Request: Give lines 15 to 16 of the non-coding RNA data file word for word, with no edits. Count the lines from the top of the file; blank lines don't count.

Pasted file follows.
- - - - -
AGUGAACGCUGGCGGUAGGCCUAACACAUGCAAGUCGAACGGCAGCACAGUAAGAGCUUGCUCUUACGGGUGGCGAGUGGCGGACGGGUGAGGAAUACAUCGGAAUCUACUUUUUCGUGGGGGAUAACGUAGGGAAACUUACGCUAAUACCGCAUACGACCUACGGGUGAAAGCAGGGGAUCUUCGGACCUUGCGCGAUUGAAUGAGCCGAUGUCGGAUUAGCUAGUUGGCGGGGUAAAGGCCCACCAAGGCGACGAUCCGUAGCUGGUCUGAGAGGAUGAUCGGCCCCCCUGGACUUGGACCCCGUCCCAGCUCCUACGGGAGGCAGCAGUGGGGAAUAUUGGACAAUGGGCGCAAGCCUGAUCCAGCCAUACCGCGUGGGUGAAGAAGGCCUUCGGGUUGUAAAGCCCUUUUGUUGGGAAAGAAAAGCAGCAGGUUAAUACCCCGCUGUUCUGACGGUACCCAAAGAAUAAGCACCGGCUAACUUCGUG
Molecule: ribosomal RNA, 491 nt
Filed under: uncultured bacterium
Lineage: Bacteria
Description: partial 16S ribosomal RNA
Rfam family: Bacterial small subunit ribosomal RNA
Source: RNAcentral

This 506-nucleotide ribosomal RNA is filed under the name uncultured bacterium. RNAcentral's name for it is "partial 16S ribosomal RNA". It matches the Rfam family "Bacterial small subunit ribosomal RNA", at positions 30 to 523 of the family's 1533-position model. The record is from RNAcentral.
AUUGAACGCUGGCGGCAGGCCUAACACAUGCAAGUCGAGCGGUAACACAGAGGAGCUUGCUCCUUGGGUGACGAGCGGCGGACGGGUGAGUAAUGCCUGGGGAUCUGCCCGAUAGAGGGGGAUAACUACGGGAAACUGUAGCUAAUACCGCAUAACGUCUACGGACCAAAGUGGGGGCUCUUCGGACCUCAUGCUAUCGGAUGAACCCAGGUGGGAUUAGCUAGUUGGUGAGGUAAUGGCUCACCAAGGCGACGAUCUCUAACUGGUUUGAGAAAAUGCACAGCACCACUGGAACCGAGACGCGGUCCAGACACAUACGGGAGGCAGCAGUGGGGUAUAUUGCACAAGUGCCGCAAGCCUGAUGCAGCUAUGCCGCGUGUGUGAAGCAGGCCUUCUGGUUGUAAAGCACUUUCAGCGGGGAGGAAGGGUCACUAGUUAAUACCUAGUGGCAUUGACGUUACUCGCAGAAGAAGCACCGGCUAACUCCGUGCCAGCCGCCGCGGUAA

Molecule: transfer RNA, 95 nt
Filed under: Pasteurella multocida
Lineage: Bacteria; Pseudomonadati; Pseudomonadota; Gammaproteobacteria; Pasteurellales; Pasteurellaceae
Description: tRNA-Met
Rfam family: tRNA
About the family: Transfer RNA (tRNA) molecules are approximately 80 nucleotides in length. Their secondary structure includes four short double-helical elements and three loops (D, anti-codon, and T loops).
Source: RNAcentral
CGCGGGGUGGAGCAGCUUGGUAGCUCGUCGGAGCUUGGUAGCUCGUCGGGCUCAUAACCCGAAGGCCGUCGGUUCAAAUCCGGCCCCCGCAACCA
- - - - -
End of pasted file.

About the family: Transfer RNA (tRNA) molecules are approximately 80 nucleotides in length. Their secondary structure includes four short double-helical elements and three loops (D, anti-codon, and T loops).
Source: RNAcentral